panda head interviews...ugoseven.
jaja nwokeabia has been designing her line, ugoseven, since 2004. focusing mainly on swimwear and dresses, her use of bold colors and designs combine with strong craftmanship to produce truly unique, well-made pieces for the 'ugoseven woman - fresh, fun, elegant, and envelope-pushing.' jaja chronicles the ins and outs of being a designer in the district on her ugoseven blog; you can catch up with her there or contact her at email@example.com.
what inspires you to design?
I am inspired by nature, art, music and icons of style--Diana Ross, Josephine Baker and Marilyn Monroe, Jackie O. For my line this year I drew inspiration from 60s icons Jane Birkin and Brigitte Bardot. They embodied an effortlessly fun, carefree sexiness that I hope to capture in ugoseven swimwear. As a Nigerian, I am also inspired by modern Nigerian designers such as Duro Olowu and Deola Sagoe, who have brought African aesthetics to the global stage. Many people don't think of Africa when they think of fashion or art, but I hope that will soon change.
what's the philosophy behind ugoseven?
I don't think fashion necessarily requires a philosophy. I don't think there is a standard right or wrong when it comes to fashion. Creatively, there should not be any calculation behind it. For example, nature is so phenomenally perfect, colorful, unique and abstract, yet never boring. A puddle never spashes the same way twice and no rain drop or zebra stripe is alike. Fashion, to me, should be as unpredictable and personal. The same garment should mean something different to each person who wears it. That is what makes fashion so artful and aspirational. That’s how I approach every piece I design. My rule to live by is: Do you. It’s that simple.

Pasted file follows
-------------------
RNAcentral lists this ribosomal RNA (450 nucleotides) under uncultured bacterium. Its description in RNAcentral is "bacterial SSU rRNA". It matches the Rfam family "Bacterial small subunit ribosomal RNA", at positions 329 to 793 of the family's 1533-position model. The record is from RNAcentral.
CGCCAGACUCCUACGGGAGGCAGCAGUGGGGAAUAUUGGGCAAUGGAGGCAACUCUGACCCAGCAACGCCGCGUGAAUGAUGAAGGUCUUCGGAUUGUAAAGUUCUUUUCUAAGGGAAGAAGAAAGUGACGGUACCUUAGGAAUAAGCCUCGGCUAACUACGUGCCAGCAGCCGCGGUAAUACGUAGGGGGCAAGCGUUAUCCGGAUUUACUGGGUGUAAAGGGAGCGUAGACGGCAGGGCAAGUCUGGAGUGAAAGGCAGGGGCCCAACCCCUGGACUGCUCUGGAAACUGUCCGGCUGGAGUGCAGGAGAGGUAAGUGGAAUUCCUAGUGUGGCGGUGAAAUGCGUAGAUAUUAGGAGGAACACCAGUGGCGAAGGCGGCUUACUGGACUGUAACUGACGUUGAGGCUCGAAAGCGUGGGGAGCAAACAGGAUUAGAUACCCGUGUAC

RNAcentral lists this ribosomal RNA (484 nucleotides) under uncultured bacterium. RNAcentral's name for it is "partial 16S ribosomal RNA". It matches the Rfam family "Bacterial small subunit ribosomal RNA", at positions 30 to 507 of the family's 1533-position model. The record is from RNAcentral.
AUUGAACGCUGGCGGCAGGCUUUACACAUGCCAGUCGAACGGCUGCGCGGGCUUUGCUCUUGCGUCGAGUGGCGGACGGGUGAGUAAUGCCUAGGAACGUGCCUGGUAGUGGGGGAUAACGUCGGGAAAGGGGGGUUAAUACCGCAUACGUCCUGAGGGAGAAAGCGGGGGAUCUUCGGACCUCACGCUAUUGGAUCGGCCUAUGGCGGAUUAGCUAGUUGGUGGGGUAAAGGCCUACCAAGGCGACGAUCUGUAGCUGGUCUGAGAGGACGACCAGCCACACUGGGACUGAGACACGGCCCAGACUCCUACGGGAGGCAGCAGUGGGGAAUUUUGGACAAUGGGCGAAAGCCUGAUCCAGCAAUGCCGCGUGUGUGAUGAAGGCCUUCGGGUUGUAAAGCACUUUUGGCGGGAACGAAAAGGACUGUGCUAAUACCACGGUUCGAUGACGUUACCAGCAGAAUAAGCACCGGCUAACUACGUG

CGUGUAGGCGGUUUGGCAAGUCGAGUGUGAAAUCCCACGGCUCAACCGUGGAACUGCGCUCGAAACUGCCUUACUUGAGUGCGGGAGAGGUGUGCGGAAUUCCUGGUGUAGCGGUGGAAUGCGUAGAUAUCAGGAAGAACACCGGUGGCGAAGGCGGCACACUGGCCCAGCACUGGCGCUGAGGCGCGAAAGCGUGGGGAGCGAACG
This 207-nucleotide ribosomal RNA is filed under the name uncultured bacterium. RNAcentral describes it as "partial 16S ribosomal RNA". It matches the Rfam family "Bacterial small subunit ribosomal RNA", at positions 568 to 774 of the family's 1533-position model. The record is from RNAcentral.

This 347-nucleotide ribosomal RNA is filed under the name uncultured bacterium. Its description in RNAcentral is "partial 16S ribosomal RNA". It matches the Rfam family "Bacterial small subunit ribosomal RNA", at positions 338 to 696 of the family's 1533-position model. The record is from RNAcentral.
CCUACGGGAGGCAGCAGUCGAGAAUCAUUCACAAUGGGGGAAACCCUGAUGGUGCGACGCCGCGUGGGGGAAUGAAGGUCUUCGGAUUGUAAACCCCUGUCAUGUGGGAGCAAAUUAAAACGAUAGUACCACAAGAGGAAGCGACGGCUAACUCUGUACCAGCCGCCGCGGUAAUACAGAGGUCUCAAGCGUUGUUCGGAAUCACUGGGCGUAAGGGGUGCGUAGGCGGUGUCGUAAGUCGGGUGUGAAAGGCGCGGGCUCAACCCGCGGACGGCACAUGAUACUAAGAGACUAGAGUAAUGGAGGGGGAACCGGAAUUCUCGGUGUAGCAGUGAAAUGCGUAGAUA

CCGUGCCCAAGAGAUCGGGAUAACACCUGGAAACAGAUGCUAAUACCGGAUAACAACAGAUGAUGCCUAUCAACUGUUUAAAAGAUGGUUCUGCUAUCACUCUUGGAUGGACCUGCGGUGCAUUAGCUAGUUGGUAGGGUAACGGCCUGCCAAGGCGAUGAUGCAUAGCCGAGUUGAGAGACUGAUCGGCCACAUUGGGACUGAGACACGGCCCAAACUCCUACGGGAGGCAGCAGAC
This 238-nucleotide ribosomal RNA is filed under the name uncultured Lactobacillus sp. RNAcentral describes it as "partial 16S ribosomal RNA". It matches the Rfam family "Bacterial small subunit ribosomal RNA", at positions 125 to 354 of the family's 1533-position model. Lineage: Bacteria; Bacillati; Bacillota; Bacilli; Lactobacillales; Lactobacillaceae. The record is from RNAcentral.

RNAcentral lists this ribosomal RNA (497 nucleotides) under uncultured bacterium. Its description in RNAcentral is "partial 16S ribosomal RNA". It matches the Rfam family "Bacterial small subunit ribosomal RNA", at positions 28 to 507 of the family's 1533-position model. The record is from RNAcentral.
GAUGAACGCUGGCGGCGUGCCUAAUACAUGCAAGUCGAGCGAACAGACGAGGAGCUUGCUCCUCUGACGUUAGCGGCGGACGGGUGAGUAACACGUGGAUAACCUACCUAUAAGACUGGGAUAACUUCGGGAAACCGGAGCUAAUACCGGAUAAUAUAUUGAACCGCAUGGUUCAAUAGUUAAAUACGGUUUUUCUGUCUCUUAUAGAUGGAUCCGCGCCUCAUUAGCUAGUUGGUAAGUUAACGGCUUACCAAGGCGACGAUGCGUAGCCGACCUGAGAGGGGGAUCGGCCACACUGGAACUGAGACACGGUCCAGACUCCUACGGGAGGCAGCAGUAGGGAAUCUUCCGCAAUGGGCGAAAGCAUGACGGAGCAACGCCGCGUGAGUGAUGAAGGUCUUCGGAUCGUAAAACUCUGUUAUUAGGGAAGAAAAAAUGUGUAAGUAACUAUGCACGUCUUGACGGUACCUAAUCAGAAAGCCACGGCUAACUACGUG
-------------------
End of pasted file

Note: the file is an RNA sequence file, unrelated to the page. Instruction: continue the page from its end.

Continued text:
what's your favorite piece that you've made?
Around three years ago, I visited my mother in Los Angeles and wore a swimsuit I designed to Venice Beach . So many people stopped me to ask where I bought my swimsuit. A light bulb flashed in my head and I realized fashion design did not have to be just a hobby--it could be a business, too. I still have that swimsuit today. That was how ugoseven began. Last year, my final semester in college, I was flat broke and sold ugoseven swimsuits to pay the bills and put food in the fridge! I'm really focusing on swimwear design right now because I love it and believe I have something new and fresh to offer in that market.
how can people purchase ugoseven?
Right now I handmake and sell my pieces to order--swimsuits and dresses--with a focus on craftmanship, quality and finishings. Word of mouth has been very good to me. Business is picking up. People will see my stuff at a fashion show and contact me for various projects. Because I am an independent designer, I love being able to work very closely with clients to create truly one-of-a-kind, special pieces. This year I plan on traveling, attending tradeshows, "micro-manufacturing" and distributing my pieces at retailers.
what's your take on DC fashion and style, in general?
DC fashion, in my opinion, is extremely safe, convenient, mainstream and colorless. I've noticed that many people dress more for comfort and to blend in rather than for style. Maybe that is due to the District being a heavy commuter city. As far as trendier neighborhoods, I love style-watching around Georgetown and the local universities . I would love to see more Washingtonians taking risks and investing more in their clothing and style choices as an extension of themselves.
what do you like about being a designer in this city?
In DC I have discovered that there's a wealth of underground fashion talent and tight-knit community for us with Unsung Designers and the DC Fashionista meet-up group. Also, there is a market here—people genuinely interested in new fashion and art. DC is not yet on the map as a fashion capital, but there is a lot of room for growth and as a rising designer, I find it exciting to come in on this level and help grow the movement.
interview: morgan. photo credits: jaja nwokeabia.